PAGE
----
Tag Archives: International MBA

Graduation Reflections & Going Forward

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And just like that…I am now an International MBA graduate of the Moore School of Business! April and May have been two of the busiest months of my life, completing my last semester of graduate school, preparing for graduation, searching for housing in Greenville, moving across the country, visiting family, and planning summer vacations before my next chapter begins at Michelin.

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Thank you so much for your patience in my time of transition – I can’t wait to be more active on inspirNational again once everything is settled this summer. Right now is one of my first moments in months where I have more than a half hour to spare as I am waiting for my trip to Seattle to begin. I have so many thoughts to share with you about my last few months, including my weekend trips to Savannah, Charleston, and Traverse City, my graduation, and my reflections as I prepare for my next life phase. Over the next several weeks, I will share these thoughts with you.

To begin, I wanted to pass along my graduation speech that I shared at the MBA Soiree on the evening before my graduation. It captures the essence of my IMBA experience and was an honor to represent my class.

“Hi Everyone! My name is Brittany VanderBeek. I am an International MBA graduate in the French track, who studied supply chain management and business analytics. As the MBA Student Association President, I wanted to share a few thoughts with you.

First of all, thank you to MBA Programs Office for making today possible and for your endless support throughout our MBA journey.

Thank you to the faculty and staff here today who have been there every step of the way – pushing us to reach our potential, growing our understanding of the world, supporting us when we need it most, and cheering us on during our successes.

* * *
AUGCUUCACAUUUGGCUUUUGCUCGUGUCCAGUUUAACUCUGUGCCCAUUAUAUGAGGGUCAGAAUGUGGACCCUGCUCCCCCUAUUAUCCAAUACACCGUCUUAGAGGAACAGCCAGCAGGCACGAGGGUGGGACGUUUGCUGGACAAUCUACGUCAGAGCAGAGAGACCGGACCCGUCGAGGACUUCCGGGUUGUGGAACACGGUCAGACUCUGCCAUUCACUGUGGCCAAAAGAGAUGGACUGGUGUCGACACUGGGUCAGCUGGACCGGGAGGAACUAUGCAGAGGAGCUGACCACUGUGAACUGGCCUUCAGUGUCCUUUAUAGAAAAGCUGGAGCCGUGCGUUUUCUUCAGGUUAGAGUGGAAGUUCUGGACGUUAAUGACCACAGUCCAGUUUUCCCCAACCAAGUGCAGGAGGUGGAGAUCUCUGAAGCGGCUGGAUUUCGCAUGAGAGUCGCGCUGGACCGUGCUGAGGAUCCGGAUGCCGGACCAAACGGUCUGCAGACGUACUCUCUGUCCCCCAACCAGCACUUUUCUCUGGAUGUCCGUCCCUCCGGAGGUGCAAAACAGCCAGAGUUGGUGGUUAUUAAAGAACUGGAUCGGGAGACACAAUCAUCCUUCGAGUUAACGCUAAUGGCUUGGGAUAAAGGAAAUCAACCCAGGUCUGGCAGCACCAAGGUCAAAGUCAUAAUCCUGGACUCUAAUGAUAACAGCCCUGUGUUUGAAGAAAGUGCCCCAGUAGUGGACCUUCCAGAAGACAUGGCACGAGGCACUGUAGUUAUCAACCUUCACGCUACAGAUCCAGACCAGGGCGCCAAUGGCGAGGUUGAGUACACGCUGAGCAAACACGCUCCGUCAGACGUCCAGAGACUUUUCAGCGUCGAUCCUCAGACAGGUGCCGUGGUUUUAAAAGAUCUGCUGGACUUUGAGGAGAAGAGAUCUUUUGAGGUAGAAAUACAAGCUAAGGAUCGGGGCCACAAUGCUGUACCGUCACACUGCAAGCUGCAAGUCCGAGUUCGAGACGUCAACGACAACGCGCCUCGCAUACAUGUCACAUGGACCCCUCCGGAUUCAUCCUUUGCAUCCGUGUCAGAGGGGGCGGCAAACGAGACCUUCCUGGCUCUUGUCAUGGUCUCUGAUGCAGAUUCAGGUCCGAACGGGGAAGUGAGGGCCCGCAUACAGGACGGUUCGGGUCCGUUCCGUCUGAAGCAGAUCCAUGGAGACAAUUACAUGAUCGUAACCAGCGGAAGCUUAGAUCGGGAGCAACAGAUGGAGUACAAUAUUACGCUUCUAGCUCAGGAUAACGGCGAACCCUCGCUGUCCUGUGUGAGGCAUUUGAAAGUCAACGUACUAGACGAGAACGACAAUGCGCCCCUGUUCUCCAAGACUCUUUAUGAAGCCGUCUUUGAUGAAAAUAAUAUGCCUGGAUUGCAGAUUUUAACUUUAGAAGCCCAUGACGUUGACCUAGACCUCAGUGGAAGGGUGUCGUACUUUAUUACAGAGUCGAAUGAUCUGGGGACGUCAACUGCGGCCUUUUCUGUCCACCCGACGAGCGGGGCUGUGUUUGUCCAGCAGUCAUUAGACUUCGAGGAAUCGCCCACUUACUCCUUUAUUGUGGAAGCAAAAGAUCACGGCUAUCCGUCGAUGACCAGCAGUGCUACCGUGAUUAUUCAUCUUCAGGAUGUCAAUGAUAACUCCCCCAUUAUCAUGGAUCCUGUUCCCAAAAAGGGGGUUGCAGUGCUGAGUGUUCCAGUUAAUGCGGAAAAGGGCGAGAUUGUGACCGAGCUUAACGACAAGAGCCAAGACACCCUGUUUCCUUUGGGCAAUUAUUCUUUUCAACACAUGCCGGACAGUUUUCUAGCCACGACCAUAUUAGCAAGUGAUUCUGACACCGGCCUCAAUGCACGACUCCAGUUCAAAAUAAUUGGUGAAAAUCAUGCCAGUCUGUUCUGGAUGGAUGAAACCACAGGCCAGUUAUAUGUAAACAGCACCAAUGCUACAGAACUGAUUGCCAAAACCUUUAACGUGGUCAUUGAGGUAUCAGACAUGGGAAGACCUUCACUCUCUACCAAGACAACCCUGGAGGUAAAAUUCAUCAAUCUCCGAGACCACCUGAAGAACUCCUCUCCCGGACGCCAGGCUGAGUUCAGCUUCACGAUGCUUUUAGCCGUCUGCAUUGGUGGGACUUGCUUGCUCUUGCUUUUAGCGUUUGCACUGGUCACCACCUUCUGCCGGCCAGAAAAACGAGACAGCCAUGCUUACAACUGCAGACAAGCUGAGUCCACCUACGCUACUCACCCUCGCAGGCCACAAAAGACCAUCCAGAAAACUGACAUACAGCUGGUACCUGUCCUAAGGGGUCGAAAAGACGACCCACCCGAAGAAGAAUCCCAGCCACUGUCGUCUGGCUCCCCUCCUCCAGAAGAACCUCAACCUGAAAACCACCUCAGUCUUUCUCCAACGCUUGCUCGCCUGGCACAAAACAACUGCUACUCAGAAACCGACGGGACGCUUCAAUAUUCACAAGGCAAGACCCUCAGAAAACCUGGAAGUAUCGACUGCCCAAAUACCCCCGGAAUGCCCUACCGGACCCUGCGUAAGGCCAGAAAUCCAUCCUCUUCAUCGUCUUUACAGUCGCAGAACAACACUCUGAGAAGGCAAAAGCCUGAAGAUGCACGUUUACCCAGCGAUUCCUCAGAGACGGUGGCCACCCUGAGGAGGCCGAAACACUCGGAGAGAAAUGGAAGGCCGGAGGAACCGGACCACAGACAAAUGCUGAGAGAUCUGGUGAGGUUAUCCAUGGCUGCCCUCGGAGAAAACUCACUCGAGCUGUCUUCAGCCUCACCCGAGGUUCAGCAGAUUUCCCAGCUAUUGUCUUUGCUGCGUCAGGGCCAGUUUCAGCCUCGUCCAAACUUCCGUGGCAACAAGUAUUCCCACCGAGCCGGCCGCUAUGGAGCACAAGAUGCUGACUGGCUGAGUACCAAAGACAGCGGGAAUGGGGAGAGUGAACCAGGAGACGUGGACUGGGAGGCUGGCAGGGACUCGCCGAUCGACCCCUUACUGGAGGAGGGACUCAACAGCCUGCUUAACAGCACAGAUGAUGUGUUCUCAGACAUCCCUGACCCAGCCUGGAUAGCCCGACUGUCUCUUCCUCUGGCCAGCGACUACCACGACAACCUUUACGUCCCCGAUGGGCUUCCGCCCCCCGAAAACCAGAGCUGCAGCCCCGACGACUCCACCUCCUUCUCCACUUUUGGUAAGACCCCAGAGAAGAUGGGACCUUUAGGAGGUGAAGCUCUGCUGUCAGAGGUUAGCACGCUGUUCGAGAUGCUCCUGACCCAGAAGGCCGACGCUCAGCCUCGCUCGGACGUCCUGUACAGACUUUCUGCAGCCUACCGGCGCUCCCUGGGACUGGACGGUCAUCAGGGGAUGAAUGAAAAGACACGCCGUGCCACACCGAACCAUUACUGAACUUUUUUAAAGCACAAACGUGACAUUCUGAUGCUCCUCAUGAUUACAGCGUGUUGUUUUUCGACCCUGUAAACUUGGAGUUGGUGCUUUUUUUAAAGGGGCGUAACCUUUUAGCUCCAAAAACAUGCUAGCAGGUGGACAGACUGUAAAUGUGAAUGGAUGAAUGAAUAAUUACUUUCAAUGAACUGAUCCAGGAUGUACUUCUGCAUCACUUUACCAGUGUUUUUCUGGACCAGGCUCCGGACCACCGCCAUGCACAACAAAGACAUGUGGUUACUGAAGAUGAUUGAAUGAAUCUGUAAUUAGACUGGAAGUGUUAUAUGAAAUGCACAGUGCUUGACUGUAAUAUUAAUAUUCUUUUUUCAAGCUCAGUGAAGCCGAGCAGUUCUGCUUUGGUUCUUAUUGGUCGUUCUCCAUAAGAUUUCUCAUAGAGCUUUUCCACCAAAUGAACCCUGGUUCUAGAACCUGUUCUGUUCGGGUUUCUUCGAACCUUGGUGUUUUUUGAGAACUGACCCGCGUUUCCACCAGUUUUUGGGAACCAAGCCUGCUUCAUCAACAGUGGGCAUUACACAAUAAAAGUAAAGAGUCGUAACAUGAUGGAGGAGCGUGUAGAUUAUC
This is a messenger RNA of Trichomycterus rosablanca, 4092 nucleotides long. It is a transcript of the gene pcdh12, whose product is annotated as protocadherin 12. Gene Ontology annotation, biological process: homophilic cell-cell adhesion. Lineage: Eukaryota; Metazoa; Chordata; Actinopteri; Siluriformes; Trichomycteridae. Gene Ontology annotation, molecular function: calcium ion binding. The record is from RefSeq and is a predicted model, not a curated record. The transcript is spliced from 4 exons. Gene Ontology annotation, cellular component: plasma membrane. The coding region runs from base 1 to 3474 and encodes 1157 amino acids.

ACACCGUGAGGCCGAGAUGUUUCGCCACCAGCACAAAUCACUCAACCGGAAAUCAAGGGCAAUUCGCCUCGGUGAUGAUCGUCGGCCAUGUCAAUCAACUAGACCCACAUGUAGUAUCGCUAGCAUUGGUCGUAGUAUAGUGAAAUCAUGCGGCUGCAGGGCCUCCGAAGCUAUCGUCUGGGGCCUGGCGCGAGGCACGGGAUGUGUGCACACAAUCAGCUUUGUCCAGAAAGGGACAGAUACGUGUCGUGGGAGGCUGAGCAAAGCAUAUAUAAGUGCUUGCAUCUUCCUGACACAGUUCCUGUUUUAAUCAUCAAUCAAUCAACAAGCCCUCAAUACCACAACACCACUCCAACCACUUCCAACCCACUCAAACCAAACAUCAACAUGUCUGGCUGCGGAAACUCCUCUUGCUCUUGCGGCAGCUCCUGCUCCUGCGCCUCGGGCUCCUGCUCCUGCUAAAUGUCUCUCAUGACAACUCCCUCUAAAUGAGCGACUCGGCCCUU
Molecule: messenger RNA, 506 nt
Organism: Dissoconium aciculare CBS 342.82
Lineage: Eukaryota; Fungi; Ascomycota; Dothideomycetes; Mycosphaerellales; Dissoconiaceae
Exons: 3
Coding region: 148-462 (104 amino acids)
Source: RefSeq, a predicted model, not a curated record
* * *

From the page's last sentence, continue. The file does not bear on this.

Thank you to all members of the Student Association for your enthusiasm and hard work to represent the voice of our class and to plan events to strengthen our MBA community.

To our families and friends – thank you all for being here to celebrate the MBA graduates. We couldn’t be more grateful for your support throughout our lives.

To the graduates – it is incredible to think how far we have come. Let’s take a minute to reflect. To the International MBAs – in two or three years we learned another language, completed the core business curriculum, specialized, and earned additional certifications. To the One-Year MBAs – how amazing that you completed all of your business curriculum and certifications in less than a year! At the same time, all of us were maintaining on our relationships and our homes, making new friends, getting involved on campus, going to football and basketball games, and staying in touch with loved ones. Some of us welcomed new life into the world, some of us have said goodbye to loved ones, but all of us have prepared for an incredible life ahead of us. We have had our fair share of challenges, but we have also had some of the most rewarding experiences of our lives. I can say that the Moore community, especially all of you, are what made my experience possible. As I mentioned at our welcome mixer, we have created a lifelong network and community. I hope that we all take what we have learned and soar in our careers throughout the world. I also hope that we never forget our roots at the Moore School and come back to visit.